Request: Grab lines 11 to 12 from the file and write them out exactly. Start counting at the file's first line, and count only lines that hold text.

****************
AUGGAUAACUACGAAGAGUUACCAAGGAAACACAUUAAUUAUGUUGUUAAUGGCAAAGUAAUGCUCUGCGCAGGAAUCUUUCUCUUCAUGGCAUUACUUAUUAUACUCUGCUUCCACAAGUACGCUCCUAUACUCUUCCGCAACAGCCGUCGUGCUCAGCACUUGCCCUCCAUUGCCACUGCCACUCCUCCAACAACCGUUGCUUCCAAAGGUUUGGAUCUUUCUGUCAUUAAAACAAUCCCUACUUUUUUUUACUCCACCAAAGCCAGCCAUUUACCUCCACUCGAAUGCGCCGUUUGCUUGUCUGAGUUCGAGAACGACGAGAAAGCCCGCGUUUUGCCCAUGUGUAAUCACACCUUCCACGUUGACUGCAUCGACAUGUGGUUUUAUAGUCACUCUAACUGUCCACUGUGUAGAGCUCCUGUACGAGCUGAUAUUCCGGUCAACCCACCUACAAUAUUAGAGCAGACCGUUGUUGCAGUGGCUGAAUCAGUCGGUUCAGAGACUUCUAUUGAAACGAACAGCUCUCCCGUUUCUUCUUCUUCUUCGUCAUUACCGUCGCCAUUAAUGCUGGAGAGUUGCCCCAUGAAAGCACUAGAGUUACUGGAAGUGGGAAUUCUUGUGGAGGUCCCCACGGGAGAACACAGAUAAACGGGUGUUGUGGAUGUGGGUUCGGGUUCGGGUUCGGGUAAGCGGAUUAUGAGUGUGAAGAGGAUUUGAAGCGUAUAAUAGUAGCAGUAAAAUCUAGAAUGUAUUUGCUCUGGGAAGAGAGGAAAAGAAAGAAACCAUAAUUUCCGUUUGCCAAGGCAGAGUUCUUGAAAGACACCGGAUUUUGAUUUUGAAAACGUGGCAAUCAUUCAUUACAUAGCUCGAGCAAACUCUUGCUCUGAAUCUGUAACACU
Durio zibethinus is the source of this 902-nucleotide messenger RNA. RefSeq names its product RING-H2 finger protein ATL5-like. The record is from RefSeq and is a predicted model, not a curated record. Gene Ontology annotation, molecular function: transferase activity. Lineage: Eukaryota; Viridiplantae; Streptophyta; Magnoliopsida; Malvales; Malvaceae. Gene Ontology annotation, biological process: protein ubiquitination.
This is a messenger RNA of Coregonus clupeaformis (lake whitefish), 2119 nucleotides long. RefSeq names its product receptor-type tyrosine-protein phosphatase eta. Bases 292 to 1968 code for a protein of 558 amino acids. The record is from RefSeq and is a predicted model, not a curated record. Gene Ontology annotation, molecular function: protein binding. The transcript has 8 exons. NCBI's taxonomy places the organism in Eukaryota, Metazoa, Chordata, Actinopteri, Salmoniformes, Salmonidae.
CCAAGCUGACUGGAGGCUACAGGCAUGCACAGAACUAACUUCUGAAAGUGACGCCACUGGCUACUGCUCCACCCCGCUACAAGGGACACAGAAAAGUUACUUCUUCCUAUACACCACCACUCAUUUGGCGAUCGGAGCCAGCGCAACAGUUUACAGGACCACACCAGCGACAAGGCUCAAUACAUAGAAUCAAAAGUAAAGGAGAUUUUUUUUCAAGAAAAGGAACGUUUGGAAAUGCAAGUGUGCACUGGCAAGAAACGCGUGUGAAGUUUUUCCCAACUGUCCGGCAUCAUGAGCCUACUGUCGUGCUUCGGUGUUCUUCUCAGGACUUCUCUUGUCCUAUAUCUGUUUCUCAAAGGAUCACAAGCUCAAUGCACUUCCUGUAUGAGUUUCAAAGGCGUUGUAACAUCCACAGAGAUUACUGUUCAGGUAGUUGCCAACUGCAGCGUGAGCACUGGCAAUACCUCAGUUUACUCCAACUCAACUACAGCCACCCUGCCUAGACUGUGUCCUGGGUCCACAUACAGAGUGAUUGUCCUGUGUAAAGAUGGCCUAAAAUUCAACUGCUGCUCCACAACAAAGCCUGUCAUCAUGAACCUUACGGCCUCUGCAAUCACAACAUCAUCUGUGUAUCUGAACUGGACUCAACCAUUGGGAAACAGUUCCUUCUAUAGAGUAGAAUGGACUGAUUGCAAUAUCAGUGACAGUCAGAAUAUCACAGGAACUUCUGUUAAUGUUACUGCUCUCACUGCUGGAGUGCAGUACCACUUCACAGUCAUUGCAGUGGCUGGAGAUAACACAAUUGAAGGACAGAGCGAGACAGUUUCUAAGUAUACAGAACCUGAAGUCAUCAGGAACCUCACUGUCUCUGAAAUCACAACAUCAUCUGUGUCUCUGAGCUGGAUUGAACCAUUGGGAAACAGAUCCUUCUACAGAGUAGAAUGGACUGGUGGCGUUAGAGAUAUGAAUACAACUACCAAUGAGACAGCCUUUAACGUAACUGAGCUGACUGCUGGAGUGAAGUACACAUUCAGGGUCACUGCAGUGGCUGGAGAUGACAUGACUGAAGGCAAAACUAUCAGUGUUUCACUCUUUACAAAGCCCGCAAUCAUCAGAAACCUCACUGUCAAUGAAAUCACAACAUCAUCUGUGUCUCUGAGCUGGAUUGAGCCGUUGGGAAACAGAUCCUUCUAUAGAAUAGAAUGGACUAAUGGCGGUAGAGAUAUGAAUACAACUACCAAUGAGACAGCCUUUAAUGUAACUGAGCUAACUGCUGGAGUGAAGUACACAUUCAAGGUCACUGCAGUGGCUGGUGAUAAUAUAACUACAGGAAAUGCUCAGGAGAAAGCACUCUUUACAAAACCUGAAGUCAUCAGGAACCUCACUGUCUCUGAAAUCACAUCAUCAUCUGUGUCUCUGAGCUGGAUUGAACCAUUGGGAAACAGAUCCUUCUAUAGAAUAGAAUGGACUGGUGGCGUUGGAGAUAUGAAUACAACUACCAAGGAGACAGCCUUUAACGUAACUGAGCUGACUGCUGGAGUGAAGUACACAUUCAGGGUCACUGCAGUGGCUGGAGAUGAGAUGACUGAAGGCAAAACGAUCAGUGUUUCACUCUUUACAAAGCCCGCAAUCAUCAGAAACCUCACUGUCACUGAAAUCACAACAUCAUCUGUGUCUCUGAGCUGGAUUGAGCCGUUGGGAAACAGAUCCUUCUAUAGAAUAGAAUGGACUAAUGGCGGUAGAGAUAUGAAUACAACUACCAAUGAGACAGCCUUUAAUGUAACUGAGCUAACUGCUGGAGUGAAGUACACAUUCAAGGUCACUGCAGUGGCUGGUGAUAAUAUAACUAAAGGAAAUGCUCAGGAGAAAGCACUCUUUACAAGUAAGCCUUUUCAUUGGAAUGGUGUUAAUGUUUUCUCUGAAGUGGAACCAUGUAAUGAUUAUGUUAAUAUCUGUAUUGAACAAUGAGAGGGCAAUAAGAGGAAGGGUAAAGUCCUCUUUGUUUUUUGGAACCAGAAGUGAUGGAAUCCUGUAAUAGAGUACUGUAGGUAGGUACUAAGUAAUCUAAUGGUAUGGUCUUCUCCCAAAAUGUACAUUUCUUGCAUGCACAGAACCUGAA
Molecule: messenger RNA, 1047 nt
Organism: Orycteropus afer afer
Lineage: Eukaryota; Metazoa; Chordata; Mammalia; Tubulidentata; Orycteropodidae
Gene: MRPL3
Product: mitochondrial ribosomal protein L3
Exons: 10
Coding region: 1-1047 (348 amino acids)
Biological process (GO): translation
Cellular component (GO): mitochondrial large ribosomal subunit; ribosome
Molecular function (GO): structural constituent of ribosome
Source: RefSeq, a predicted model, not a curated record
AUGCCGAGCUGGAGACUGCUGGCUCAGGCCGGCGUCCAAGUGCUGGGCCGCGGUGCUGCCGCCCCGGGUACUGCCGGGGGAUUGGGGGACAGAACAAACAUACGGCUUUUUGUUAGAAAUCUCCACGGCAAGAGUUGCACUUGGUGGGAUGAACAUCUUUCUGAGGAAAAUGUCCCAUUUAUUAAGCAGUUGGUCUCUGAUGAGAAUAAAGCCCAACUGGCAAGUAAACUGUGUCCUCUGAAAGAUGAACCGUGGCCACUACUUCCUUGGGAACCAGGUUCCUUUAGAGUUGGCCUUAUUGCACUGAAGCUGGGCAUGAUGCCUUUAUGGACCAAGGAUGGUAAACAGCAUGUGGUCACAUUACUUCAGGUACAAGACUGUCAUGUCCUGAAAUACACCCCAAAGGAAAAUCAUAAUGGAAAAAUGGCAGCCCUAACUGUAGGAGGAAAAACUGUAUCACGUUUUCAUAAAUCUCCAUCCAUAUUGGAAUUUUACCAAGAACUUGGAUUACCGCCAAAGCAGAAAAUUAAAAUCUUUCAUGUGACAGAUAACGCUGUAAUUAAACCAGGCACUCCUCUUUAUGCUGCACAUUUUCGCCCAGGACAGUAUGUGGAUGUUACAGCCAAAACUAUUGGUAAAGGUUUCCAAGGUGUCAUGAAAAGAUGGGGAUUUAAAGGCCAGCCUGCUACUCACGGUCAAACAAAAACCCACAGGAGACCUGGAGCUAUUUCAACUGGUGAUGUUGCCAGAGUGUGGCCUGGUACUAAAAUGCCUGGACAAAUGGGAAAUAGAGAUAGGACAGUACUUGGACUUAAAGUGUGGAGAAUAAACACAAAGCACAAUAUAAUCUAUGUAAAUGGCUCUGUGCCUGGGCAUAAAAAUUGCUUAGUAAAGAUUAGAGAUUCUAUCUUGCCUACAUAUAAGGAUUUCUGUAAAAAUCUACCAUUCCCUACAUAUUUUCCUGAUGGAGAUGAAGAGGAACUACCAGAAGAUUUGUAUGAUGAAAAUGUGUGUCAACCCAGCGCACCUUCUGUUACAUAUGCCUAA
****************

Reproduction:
Coding region: 1-1047 (348 amino acids)
Biological process (GO): translation